Maybe it’s because I’m pessimistic, but when I hear other blogs talking about the revolution to reading the iSlate will bring, I just don’t buy it. Yes, the iPod did wonders for music and the iPhone has changed the mobile phone landscape overnight, but reading is different - and if the rumours of a multi-purpose, all in one device are true, Apple doesn’t appreciate the importance of keeping it separate.

I should start by explaining that I’m an avid reader and follower of all things literary, so much so that I just spent £238 having an Amazon Kindle ( and it’s accompanying leather case shipped across the channel to arrive on the 27th - so I’ll have two things to look forward to that day! A quick count of my bedroom highlights the presence of over 150 books, from Harry Potter to Dan Brown and with a load of lesser known authors in between - Jasper Fforde anyone?

What makes the Kindle great is its single function eInk display. It reads books, and that’s about it (there’s an experimental web browser too), but it does it brilliantly. The screen has no glare, only uses power during a page turn so you get seven days from the device without needing to charge it and - perhaps most importantly - reads even under direct sunlight.

As much as I love Apple’s glossy displays, they don’t perform well in bright conditions (try shining a torch at your iPhone) and in my mind a big 10” one just wouldn’t be suitable for reading on the go. It’d be too big and bulky to chuck into an oversized coat pocket, too uncomfortable to hold in just one hand and would you really want to take a $1000 tablet to the beach with you?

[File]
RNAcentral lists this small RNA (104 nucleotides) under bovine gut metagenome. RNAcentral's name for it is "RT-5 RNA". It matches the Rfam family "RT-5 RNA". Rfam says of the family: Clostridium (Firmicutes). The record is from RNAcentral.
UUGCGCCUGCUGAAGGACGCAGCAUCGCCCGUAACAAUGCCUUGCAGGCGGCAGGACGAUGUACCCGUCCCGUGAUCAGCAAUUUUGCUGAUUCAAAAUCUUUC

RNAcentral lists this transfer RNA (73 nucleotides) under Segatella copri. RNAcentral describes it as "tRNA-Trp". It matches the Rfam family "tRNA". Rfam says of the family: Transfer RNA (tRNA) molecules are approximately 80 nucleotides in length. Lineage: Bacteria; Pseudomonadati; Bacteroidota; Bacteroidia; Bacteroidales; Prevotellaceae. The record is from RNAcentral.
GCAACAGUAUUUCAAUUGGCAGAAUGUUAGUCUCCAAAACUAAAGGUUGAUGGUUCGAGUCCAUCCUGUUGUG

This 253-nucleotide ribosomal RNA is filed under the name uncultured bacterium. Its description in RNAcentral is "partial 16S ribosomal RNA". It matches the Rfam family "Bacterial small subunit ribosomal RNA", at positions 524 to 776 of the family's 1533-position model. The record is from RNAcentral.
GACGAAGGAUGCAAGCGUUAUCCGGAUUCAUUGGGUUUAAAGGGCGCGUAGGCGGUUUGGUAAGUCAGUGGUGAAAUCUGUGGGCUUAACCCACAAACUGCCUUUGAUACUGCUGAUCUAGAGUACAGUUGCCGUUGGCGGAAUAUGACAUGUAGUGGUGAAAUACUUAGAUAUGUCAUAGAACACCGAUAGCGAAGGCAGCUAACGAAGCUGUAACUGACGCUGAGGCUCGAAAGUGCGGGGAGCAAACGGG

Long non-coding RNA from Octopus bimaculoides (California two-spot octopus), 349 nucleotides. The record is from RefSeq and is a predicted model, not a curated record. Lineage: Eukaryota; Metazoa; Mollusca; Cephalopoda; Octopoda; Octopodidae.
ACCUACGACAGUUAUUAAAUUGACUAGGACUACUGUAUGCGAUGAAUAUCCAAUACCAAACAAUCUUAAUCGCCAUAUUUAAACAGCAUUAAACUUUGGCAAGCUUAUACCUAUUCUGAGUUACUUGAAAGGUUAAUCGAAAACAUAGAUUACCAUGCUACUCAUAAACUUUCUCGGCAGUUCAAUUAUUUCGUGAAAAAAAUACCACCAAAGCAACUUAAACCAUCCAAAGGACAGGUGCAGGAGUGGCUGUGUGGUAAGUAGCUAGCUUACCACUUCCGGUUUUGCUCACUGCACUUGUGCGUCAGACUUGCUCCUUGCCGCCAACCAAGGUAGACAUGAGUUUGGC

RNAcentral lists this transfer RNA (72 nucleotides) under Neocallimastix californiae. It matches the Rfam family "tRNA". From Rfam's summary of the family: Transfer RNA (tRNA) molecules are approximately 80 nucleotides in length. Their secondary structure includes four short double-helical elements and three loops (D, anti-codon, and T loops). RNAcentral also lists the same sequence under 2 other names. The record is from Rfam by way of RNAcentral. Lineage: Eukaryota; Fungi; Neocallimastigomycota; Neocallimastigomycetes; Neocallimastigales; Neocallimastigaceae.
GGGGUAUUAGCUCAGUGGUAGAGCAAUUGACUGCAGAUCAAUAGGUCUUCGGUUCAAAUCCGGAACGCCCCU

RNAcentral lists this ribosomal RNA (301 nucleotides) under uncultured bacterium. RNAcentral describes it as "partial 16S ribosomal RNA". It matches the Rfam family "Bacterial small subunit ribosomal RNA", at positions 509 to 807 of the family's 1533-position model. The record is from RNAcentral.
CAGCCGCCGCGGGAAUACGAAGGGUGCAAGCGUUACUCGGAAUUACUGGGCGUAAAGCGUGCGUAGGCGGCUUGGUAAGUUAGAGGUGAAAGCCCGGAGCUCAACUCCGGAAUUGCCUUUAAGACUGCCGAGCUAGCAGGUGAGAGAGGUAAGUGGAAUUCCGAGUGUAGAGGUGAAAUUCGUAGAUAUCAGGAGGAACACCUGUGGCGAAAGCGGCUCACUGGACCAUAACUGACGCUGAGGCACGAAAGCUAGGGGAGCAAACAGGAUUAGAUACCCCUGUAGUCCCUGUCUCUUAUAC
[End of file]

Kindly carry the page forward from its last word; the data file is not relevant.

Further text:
That’s why when it comes to reading on my new tablet (and believe me, I will be buying one as soon as funds permit - I’m not exactly a saver), there’s only one rumour that’s excited me so far - and I’m afraid I’ll have to run it uncredited because I can’t for the life of me remember where it was from having read so many posts this week about Apple’s latest project.

The rumour was that in changing revenue share to Apple’s 70/30 cut, and introducing an SDK for the Kindle, Amazon wasn’t gearing up to compete, but instead to ‘get in bed’ with Apple and run the tablet bookstore, using their whispernet technology to sync every page turn with Kindles and iPhones alike and enabling readers to pick up from where they left off on any device - Mac, PC, iPhone, Blackberry, Android Device or of course the “iSlate”.

So whilst I don’t believe a glossy screen with presumably high power requirements can revolutionize reading, I do think if Apple make the right partnerships now, they can enter the reading arena by joining established partners, and add even more ways for me to read my favourite novels.

And that’s pretty exciting.

Posted in: News
Tagged With: Tablet
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